U.S. Third Army

The U.S. Third Army gained fame during World War II while under the command of Lt. Gen. George S. Patton, Jr.  Deployed to the Western Front in the summer of 1944, Third Army executed an impressive offensive drive across France, and during the Battle of the Bulge that winter elements of Third Army disengaged from an existing fight, pivoted northward, and relieved the besieged garrison at the Belgian crossroads town of Bastogne.

Smoke billows from a generator employed at Ludwigshafen along the banks of the Rhine River. The ruins of the city of Mannheim, Germany, are visible in the background.

U.S. Third Army

Smokescreens: Fighting for Metz

By Jon Latimer

With the defeat of the German Seventh Army and the closing of the Falaise Gap in the summer of 1944, the Allies pursued the retreating enemy across France. Read more

Rocket-firing British Typhoons lay down a deadly barrage on German armor attempting to escape through the Falaise Gap in Normandy following the American breakout at St. Lo.

U.S. Third Army

Closing the Falaise Pocket

By Mike Phifer

After almost two months of bloody and desperate fighting, the Allies had failed to break through the German defenses that had been limiting their hold on Normandy since D-Day. Read more

A mannequin wearing the uniform of a technical sergeant in the American 359th Infantry Regiment mans the equipment in the Hoffmann Museum’s “radio corner.”

U.S. Third Army

Luxembourg’s Hoffman Museum

By Raymond E. Bell, Jr.

You won’t find the familiar little triangular signs, “Warnung Minen!” hanging on barbed wire today in Western Europe, with one exception. Read more

An American soldier cautiously approaches two burning vehicles that had been destroyed by a German ambush. As a scout, Private Sevel never wore equipment or heavy clothing in order to stay mobile on the battlefield.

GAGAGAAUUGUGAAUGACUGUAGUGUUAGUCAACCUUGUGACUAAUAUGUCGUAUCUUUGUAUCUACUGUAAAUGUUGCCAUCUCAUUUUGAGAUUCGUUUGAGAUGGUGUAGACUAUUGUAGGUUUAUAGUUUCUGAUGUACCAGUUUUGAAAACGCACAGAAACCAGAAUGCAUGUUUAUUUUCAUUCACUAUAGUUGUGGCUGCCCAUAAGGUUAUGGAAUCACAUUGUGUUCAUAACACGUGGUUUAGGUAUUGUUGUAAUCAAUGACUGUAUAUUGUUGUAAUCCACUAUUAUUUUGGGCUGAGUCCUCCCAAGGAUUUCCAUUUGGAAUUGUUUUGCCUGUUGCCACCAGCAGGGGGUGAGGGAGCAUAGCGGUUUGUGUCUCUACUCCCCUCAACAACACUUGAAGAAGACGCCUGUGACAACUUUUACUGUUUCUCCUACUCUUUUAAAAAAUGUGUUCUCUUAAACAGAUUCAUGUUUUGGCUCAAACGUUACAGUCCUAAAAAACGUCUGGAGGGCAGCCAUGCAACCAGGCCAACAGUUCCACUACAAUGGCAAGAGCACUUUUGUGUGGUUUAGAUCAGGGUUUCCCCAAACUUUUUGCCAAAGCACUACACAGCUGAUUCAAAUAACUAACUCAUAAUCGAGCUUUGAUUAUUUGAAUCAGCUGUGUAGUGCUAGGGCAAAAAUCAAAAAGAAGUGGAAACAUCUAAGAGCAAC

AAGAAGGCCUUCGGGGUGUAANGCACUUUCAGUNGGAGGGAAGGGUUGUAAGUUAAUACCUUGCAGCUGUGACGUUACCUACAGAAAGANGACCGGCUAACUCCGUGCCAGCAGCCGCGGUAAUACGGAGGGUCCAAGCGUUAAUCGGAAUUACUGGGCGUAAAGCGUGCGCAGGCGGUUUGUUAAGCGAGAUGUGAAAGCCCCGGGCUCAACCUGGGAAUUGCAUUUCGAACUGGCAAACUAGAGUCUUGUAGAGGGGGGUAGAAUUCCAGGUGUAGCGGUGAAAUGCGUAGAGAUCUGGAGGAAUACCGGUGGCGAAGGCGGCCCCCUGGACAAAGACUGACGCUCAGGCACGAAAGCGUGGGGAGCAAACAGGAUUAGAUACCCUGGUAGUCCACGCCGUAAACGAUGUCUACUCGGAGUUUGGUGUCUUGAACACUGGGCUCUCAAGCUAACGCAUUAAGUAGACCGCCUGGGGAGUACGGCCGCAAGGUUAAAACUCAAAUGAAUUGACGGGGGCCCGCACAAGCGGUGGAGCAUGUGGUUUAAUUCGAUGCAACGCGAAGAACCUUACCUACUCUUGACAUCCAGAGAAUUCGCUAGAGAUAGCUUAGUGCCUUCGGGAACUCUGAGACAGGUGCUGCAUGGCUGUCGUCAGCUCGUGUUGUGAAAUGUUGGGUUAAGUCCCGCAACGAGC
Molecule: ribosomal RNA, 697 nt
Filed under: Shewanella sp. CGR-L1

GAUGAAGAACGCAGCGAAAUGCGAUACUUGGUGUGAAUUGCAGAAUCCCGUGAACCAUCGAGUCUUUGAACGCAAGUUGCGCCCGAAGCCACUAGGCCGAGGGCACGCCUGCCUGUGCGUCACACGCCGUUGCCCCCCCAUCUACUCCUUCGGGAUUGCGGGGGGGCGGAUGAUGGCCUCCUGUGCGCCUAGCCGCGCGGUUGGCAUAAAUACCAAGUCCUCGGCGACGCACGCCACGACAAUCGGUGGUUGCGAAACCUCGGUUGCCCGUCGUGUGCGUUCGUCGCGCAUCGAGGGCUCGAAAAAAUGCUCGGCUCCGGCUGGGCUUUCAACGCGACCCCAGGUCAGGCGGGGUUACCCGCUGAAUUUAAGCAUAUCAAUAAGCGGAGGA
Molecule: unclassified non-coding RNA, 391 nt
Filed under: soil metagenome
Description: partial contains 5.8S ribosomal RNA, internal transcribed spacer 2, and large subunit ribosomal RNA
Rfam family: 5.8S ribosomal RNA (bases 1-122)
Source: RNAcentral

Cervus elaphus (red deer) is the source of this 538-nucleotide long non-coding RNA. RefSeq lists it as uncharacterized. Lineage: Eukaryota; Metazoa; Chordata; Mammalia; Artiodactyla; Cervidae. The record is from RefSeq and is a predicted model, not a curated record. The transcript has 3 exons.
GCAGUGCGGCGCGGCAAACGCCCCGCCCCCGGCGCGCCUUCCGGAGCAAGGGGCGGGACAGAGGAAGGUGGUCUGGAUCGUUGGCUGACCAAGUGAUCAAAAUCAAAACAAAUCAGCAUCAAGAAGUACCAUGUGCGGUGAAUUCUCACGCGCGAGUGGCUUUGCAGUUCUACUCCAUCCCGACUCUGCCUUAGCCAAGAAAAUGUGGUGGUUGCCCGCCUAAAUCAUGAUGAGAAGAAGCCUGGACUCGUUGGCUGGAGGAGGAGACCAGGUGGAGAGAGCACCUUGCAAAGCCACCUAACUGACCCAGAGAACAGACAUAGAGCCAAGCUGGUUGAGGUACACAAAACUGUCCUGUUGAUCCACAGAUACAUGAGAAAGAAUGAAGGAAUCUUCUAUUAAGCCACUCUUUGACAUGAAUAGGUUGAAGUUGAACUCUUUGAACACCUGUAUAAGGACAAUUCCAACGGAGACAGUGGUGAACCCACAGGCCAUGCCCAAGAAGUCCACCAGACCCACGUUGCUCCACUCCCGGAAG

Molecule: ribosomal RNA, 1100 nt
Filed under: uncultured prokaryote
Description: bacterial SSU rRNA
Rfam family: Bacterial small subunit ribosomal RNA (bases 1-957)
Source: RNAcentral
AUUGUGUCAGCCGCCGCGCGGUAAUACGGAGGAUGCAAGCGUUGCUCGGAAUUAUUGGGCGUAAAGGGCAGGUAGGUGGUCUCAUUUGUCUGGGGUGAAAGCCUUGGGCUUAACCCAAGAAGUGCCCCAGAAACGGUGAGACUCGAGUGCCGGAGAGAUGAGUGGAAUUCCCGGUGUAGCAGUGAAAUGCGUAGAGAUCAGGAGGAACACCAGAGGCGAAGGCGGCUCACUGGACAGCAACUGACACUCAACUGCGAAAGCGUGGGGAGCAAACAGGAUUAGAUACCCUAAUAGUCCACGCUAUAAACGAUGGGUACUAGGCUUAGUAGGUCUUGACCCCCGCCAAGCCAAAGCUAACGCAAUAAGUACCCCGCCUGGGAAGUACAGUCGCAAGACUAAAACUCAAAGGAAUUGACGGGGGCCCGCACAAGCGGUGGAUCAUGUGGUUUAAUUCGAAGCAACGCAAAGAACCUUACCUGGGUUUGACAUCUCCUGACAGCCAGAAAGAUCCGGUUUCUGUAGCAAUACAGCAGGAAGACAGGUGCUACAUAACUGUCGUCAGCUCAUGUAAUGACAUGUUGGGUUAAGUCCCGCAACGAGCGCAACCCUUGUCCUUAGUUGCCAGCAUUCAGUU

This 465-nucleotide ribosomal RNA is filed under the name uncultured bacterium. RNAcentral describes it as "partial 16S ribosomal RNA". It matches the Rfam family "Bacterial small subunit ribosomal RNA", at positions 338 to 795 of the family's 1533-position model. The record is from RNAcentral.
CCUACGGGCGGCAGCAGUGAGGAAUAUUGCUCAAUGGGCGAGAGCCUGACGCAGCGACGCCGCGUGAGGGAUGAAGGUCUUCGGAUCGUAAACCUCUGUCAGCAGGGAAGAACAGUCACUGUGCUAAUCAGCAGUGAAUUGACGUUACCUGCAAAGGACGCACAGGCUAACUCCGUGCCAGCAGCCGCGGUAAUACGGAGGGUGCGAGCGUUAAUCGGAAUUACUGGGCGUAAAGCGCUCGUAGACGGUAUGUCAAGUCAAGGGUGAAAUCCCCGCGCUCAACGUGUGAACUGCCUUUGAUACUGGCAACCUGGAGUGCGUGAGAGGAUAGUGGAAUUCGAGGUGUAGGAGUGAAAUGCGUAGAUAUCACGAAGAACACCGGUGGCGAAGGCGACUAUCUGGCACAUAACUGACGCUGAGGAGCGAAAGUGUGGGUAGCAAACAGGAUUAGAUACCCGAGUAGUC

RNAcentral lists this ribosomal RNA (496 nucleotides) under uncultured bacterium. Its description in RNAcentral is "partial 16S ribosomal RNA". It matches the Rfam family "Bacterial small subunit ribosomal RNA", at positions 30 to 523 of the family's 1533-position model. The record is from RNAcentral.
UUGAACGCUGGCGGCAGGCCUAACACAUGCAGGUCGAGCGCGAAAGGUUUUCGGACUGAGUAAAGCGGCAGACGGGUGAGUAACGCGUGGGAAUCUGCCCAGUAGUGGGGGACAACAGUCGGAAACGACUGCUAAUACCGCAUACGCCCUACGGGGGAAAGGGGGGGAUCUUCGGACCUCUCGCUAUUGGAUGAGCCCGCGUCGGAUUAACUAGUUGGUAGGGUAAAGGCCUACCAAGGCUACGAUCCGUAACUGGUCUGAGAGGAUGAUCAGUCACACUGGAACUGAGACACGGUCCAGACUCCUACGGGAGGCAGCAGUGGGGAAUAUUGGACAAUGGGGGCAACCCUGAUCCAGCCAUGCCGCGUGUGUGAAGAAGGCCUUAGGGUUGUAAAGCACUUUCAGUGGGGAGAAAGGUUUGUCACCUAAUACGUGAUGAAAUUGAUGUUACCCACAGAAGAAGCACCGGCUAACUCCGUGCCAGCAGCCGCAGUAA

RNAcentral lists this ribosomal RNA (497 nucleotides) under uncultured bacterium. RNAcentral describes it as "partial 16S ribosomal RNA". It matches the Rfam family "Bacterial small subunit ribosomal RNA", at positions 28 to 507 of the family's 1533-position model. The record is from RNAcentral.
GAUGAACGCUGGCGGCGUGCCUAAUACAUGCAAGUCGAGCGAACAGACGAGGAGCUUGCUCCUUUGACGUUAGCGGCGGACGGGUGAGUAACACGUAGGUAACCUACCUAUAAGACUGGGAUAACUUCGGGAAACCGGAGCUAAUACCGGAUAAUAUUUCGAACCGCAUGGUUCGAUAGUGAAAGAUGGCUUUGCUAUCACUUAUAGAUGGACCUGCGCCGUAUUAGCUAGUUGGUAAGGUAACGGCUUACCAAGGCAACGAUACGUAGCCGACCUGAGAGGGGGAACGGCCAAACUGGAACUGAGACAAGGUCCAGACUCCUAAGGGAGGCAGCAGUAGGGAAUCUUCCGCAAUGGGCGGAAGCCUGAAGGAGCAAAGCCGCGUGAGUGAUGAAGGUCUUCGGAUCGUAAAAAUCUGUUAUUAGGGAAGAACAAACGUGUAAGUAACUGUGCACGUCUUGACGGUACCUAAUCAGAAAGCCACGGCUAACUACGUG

U.S. Third Army

A Scout in Patton’s Third Army

By Kevin M. Hymel

The Messerschmitt Bf-109 fighter plane dove out of the sky with machine guns firing. The pilot’s target—a pontoon bridge being stretched across Germany’s Werra River by American engineers. Read more

GIs manhandle a 57mm anti-tank guns into position during the Battle of the Bulge.

U.S. Third Army

With Third Army Across Europe

By Christopher Miskimon

Corporal Frank Sisson spent eight freezing hours in a truck, riding through France toward Belgium. A day earlier, Frank and his fellow GIs of the 667th Field Artillery Battalion, 10th Armored Division lay comfortably billeted in a French town, warm and relatively safe. Read more

U.S. Third Army

Armored in Lorraine: Battle of Arracourt

By Arnold Blumberg

Scouts for the U.S. Third Army on foot and in armored vehicles cautiously approached the town of Luneville on the east side of the Moselle River in the rolling hills of north- eastern France on September 15, 1944. Read more

U.S. Third Army

Voices of the Bulge, Part I

By Michael Collins & Martin King

BACKSTORY: Unternehmen Wacht-am-Rhein (Operation Watch on the Rhine), better known in the West as the Battle of the Bulge, had its beginnings following the failed assassination attempt on Adolf Hitler’s life by Colonel Count Claus Schenk von Stauffenberg and a group of other high-level plotters who felt that their Führer was not only leading Germany to defeat but also its doom, and thus had to be eliminated. Read more

U.S. Third Army

Patton in Lorraine: Breaking the Moselle Line

By William E. Welsh

By mid-September 1944, the U.S. Third Army was poised to strike at the soft underbelly of Adolf Hitler’s Third Reich along a fabled corridor in northeastern France used for centuries by armies tramping across Europe. Read more